The Trump administration wants to toss all of ObamaCare, so one organization says Congress needs to return to the issue and put together something good for good.
Because the Tax Cuts and Jobs Act zeroed out the ACA's individual mandate penalty or tax for not having health coverage, a federal district judge ruled against the law in 2018. This week, the Trump administration told the Fifth Circuit Court of Appeals that the ruling from District Judge Reed O'Connor should be affirmed.
Marie Fishpaw of The Heritage Foundation thinks the announcement is a good reminder that ObamaCare has had a lot of trouble since the beginning.
"It's led to increased costs and reduced choices and hasn't really helped the sick access the care that they need," she says. "The reminder for all of us is that Congress needs to return to the issue and put down real solutions that help Americans and address their concerns."
Conservatives have been working on a plan to do just that.
"We've come up with a proposal called the Health Care Choices Proposal that would result in lowering premiums by about 30 percent and increase enrollment in private coverage and innovative arrangements while protecting people who are vulnerable, like those with pre-existing conditions," says Fishpaw.
Democrats, including Senator and presidential candidate Kamala Harris (D-California), accuse Trump and his administration of trying to take healthcare away from tens of millions of Americans.
"We must fight back again with everything we've got," Senator Harris tweeted. "And in 2020 we need to elect a president who will make healthcare a right."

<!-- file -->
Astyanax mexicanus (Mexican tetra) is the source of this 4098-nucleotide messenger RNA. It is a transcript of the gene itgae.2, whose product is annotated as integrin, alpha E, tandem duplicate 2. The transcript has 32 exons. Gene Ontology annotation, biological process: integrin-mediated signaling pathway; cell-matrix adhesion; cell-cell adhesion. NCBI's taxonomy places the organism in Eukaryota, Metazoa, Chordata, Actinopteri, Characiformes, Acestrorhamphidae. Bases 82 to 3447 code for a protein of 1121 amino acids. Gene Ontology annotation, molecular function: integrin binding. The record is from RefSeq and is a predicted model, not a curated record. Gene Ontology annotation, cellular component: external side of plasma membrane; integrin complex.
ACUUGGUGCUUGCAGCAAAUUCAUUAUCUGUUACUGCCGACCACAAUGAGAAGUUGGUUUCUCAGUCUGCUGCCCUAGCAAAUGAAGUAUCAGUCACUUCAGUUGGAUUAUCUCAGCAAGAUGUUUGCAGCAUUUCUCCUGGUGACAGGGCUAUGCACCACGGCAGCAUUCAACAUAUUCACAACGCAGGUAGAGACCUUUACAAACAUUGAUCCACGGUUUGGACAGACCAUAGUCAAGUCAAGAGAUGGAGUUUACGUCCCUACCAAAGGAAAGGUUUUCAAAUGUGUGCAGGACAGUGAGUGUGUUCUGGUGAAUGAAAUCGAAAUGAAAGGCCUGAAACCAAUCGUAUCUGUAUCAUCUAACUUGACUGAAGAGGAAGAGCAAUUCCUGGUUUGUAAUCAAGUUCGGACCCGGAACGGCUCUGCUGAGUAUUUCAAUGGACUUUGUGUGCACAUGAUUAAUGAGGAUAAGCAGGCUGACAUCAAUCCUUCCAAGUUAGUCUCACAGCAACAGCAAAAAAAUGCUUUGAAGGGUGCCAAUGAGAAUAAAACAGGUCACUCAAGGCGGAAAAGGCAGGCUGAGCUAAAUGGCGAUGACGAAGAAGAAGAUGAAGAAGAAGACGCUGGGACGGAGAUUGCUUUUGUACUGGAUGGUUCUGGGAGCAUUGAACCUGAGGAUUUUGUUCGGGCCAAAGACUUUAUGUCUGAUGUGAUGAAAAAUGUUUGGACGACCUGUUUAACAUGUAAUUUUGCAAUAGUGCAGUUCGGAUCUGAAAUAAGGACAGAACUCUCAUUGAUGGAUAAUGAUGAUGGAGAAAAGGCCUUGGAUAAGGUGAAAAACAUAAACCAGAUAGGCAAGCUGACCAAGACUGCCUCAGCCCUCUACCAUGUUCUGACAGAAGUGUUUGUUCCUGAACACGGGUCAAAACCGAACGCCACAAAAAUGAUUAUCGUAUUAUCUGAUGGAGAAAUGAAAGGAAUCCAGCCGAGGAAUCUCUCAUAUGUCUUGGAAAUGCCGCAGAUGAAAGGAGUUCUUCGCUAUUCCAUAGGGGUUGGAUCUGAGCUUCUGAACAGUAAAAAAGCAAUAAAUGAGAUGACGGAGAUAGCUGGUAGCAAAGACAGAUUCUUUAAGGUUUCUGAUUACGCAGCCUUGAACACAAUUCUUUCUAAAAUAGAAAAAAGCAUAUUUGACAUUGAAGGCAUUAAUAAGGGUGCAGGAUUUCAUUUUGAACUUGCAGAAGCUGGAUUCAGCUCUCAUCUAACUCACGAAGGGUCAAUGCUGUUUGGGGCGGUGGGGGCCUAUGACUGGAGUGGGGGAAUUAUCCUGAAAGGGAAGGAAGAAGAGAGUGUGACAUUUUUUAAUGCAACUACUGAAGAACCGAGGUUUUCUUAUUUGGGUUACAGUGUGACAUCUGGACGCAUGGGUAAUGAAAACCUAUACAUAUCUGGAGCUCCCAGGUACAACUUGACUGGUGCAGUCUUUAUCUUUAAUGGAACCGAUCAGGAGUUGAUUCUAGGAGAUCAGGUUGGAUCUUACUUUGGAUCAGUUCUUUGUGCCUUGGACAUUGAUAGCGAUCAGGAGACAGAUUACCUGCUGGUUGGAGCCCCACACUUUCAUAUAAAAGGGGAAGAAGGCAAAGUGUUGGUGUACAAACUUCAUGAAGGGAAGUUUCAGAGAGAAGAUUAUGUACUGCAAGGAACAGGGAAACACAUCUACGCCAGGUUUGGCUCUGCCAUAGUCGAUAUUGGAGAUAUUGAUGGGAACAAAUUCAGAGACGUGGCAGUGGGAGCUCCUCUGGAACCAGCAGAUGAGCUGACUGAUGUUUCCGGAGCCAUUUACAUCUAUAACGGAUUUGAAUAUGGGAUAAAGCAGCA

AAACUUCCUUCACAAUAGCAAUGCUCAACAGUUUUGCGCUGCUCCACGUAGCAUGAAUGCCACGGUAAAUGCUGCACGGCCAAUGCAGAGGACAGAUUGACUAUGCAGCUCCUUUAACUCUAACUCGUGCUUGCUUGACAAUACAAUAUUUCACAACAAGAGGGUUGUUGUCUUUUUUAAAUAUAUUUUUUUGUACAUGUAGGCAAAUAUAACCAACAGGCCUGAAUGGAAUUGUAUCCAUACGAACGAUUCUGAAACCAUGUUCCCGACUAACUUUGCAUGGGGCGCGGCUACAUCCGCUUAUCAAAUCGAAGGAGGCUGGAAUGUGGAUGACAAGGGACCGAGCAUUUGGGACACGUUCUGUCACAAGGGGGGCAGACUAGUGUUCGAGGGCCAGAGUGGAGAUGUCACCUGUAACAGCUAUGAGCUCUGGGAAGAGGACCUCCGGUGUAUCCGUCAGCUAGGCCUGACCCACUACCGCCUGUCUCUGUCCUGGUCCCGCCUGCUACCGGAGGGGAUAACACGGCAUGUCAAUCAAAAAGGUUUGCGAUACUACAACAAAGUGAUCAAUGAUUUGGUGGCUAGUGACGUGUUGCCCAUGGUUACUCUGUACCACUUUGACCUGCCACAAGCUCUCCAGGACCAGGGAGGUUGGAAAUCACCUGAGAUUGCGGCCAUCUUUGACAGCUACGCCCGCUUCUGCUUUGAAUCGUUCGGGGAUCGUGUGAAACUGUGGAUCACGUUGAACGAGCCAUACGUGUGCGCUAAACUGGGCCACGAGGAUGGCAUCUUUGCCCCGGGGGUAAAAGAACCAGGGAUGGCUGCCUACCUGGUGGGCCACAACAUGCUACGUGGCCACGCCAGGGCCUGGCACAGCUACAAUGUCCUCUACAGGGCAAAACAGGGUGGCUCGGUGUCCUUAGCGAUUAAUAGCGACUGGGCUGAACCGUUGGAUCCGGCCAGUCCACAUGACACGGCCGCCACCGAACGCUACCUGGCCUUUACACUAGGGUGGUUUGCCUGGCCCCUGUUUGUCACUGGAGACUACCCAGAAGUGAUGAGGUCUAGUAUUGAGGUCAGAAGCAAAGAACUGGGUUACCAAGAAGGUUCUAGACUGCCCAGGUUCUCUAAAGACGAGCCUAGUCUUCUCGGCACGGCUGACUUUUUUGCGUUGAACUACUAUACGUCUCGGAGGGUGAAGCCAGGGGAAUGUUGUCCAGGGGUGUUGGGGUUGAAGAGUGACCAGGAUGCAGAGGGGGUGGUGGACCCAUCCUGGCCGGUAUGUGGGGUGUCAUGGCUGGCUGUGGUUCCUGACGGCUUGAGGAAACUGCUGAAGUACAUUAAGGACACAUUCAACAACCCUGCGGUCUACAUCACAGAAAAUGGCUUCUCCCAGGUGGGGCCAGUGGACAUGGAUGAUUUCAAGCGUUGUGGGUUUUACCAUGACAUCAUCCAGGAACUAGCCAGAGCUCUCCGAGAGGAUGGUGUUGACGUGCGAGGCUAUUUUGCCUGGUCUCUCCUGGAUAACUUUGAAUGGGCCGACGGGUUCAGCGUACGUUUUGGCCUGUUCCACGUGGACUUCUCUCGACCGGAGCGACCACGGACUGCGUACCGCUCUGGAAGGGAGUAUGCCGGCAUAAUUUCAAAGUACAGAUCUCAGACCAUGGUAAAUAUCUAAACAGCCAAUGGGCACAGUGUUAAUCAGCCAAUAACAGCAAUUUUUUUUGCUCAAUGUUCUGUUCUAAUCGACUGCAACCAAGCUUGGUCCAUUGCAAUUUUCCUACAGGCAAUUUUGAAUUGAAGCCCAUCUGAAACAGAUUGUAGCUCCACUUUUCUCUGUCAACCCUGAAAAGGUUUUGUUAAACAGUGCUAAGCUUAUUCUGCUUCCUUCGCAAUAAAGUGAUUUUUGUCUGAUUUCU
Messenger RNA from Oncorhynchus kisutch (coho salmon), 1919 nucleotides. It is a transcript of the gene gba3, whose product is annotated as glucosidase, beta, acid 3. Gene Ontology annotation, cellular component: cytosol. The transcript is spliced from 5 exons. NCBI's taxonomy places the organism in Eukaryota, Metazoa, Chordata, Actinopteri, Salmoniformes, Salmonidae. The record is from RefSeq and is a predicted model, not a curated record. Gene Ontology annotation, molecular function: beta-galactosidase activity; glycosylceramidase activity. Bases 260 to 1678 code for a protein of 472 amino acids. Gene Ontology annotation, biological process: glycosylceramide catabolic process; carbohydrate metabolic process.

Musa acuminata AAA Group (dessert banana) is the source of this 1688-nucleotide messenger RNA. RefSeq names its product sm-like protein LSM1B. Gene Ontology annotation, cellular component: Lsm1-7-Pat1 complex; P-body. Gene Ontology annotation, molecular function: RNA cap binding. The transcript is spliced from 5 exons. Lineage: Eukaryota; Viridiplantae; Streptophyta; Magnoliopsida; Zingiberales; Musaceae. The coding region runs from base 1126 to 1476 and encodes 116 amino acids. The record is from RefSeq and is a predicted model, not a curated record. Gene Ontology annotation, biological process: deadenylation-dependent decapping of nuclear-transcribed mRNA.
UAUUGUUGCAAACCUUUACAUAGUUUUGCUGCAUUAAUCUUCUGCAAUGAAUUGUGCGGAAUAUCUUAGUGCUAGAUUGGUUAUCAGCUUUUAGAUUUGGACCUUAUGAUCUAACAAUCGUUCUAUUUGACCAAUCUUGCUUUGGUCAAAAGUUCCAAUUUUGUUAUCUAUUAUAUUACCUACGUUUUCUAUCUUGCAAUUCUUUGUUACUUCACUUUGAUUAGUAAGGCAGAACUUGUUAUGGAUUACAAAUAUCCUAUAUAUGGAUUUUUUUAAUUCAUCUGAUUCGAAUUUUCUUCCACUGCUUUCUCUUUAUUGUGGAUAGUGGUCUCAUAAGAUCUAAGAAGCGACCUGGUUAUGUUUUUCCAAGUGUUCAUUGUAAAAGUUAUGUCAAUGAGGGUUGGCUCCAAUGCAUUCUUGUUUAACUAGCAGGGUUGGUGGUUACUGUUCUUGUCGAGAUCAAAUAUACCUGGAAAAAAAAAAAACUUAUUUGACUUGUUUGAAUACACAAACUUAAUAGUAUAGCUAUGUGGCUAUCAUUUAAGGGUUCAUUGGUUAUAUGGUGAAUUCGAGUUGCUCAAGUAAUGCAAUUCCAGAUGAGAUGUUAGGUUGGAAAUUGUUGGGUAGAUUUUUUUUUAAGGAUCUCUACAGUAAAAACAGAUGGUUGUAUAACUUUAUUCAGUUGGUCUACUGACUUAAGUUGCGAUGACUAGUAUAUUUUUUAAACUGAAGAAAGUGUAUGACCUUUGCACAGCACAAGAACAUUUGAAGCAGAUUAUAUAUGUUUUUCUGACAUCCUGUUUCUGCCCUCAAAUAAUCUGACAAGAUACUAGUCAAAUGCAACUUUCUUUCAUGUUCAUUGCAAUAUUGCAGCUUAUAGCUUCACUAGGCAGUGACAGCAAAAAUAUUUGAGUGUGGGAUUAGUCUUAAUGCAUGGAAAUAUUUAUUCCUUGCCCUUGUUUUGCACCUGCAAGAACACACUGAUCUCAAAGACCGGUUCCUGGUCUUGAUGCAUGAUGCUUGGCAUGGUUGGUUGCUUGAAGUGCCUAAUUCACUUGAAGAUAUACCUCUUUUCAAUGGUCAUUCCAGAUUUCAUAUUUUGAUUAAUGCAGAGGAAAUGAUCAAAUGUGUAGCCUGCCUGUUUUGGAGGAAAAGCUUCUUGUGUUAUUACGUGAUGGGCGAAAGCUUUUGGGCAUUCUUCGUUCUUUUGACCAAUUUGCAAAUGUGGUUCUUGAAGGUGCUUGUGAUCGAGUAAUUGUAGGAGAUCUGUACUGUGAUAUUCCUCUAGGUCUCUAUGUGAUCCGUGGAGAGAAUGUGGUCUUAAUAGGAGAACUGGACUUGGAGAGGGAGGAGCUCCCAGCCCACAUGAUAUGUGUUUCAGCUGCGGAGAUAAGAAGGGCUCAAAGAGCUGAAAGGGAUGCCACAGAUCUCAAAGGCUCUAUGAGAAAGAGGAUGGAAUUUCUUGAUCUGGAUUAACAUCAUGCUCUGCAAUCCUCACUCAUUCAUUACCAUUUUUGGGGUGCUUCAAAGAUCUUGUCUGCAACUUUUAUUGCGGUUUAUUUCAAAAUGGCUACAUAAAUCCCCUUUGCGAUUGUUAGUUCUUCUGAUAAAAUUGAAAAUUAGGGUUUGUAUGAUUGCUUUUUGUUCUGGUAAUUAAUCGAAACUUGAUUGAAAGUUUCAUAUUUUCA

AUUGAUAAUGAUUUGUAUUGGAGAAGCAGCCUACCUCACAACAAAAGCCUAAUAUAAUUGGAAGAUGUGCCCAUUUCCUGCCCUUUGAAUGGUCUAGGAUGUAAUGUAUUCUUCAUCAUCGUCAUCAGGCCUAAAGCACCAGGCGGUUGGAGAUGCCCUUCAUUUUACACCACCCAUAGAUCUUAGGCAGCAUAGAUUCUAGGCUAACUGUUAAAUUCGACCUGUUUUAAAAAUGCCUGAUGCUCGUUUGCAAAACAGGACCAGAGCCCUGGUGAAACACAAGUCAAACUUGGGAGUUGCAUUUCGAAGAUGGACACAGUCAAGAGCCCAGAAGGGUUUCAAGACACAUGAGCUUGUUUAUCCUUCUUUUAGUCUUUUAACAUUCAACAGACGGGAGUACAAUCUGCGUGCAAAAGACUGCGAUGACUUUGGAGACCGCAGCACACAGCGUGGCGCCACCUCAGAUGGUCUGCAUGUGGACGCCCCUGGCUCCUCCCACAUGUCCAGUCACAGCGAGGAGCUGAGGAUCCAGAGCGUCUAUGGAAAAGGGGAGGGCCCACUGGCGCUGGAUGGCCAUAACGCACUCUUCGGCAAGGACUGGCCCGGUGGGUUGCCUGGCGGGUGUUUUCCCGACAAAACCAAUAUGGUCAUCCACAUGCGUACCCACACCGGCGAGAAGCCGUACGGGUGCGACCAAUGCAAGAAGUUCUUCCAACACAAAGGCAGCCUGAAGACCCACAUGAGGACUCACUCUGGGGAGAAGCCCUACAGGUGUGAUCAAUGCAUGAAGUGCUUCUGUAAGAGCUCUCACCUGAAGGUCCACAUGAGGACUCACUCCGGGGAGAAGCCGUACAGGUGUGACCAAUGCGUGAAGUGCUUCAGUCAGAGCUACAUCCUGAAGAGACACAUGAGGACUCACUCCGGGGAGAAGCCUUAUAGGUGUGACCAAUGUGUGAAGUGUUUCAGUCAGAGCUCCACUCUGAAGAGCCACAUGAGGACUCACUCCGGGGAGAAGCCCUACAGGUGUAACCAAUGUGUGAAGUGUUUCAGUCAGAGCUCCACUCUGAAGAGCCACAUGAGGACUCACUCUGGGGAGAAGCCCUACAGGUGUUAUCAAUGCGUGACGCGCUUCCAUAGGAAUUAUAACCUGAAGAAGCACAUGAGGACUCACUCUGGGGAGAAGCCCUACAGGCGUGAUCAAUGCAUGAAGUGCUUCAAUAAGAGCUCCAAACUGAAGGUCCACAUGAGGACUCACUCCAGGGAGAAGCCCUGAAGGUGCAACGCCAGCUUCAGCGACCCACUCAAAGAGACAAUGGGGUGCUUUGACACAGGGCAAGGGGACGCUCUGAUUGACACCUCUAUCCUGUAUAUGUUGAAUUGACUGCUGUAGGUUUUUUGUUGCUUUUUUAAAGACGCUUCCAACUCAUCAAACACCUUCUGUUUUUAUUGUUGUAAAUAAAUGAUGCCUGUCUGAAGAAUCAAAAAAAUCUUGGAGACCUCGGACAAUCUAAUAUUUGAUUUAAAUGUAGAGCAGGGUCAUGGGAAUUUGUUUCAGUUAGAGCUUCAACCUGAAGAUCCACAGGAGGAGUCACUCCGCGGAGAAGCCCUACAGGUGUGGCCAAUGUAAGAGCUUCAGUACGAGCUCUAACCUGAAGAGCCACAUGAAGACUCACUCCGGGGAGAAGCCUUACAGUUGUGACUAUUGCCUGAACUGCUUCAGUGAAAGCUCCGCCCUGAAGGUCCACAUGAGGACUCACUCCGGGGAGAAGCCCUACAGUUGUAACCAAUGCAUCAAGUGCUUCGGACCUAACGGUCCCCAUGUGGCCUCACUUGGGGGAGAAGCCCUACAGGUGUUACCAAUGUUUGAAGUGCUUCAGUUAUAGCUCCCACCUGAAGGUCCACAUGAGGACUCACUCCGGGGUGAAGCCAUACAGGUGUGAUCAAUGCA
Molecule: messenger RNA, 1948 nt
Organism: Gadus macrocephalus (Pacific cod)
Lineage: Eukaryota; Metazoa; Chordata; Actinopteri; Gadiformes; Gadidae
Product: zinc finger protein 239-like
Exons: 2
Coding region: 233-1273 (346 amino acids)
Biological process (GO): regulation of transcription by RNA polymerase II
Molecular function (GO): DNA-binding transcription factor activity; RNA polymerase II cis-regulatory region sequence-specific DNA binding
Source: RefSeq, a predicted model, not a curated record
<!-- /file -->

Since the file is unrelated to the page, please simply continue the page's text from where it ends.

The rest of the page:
Harris is one of many proponents of Medicare for All. There are different bills pushing for that, and while the idea has been around for years, Medicare for All became a household name of sorts when Senator Bernie Sanders (I-Vermont) was seeking the Democratic Party's presidential nomination. Sanders, Harriers, et al claim that healthcare is a right, and providing the same care for everyone would level the playing field and remove the headaches of picking plans and paying bills.
"That is not going to help Americans, and in fact, it's going to realize their worst fears for healthcare," says Fishpaw. "It'll lead to long wait times, the inability to get care when you need it, and most importantly, it's going to really hurt the sick who rely on the ability to see a doctor when they need to see one."
She concludes that sort of plan is "definitely the wrong direction" and urges Congress to do a lot better than that in order to help Americans realize their hopes for their healthcare.